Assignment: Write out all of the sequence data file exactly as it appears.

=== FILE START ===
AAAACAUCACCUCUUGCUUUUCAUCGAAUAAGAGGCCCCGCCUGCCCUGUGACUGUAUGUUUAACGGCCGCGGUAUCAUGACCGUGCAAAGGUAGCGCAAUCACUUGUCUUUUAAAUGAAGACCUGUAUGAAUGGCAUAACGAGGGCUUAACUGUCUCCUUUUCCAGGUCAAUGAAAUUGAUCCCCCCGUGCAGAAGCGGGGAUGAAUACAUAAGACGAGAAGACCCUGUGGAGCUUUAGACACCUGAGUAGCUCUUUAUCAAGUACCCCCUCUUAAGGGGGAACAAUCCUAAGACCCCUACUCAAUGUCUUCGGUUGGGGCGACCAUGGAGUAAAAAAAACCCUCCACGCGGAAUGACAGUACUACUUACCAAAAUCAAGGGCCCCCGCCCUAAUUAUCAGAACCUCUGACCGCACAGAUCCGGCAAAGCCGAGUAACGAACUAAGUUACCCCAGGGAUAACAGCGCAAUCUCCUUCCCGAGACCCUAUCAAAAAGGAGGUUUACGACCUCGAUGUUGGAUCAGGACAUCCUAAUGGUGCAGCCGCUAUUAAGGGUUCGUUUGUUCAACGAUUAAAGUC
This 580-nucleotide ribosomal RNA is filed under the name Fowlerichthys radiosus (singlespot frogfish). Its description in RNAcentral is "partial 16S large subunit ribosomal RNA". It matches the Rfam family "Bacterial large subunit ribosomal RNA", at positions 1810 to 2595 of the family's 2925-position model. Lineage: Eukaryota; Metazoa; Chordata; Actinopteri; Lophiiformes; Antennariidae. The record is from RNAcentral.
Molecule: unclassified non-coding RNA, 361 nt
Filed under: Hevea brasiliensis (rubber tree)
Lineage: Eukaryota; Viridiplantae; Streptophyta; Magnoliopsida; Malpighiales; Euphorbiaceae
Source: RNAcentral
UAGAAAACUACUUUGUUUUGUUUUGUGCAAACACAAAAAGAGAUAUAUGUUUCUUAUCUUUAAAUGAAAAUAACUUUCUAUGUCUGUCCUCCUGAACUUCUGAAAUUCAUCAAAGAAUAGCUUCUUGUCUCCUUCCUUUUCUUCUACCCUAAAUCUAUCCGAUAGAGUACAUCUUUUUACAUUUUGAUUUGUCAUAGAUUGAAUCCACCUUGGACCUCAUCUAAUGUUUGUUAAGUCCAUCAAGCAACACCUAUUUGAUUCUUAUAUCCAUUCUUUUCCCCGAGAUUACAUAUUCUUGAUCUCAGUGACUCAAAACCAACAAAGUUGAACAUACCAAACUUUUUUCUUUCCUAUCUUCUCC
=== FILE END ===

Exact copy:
AAAACAUCACCUCUUGCUUUUCAUCGAAUAAGAGGCCCCGCCUGCCCUGUGACUGUAUGUUUAACGGCCGCGGUAUCAUGACCGUGCAAAGGUAGCGCAAUCACUUGUCUUUUAAAUGAAGACCUGUAUGAAUGGCAUAACGAGGGCUUAACUGUCUCCUUUUCCAGGUCAAUGAAAUUGAUCCCCCCGUGCAGAAGCGGGGAUGAAUACAUAAGACGAGAAGACCCUGUGGAGCUUUAGACACCUGAGUAGCUCUUUAUCAAGUACCCCCUCUUAAGGGGGAACAAUCCUAAGACCCCUACUCAAUGUCUUCGGUUGGGGCGACCAUGGAGUAAAAAAAACCCUCCACGCGGAAUGACAGUACUACUUACCAAAAUCAAGGGCCCCCGCCCUAAUUAUCAGAACCUCUGACCGCACAGAUCCGGCAAAGCCGAGUAACGAACUAAGUUACCCCAGGGAUAACAGCGCAAUCUCCUUCCCGAGACCCUAUCAAAAAGGAGGUUUACGACCUCGAUGUUGGAUCAGGACAUCCUAAUGGUGCAGCCGCUAUUAAGGGUUCGUUUGUUCAACGAUUAAAGUC
This 580-nucleotide ribosomal RNA is filed under the name Fowlerichthys radiosus (singlespot frogfish). Its description in RNAcentral is "partial 16S large subunit ribosomal RNA". It matches the Rfam family "Bacterial large subunit ribosomal RNA", at positions 1810 to 2595 of the family's 2925-position model. Lineage: Eukaryota; Metazoa; Chordata; Actinopteri; Lophiiformes; Antennariidae. The record is from RNAcentral.
Molecule: unclassified non-coding RNA, 361 nt
Filed under: Hevea brasiliensis (rubber tree)
Lineage: Eukaryota; Viridiplantae; Streptophyta; Magnoliopsida; Malpighiales; Euphorbiaceae
Source: RNAcentral
UAGAAAACUACUUUGUUUUGUUUUGUGCAAACACAAAAAGAGAUAUAUGUUUCUUAUCUUUAAAUGAAAAUAACUUUCUAUGUCUGUCCUCCUGAACUUCUGAAAUUCAUCAAAGAAUAGCUUCUUGUCUCCUUCCUUUUCUUCUACCCUAAAUCUAUCCGAUAGAGUACAUCUUUUUACAUUUUGAUUUGUCAUAGAUUGAAUCCACCUUGGACCUCAUCUAAUGUUUGUUAAGUCCAUCAAGCAACACCUAUUUGAUUCUUAUAUCCAUUCUUUUCCCCGAGAUUACAUAUUCUUGAUCUCAGUGACUCAAAACCAACAAAGUUGAACAUACCAAACUUUUUUCUUUCCUAUCUUCUCC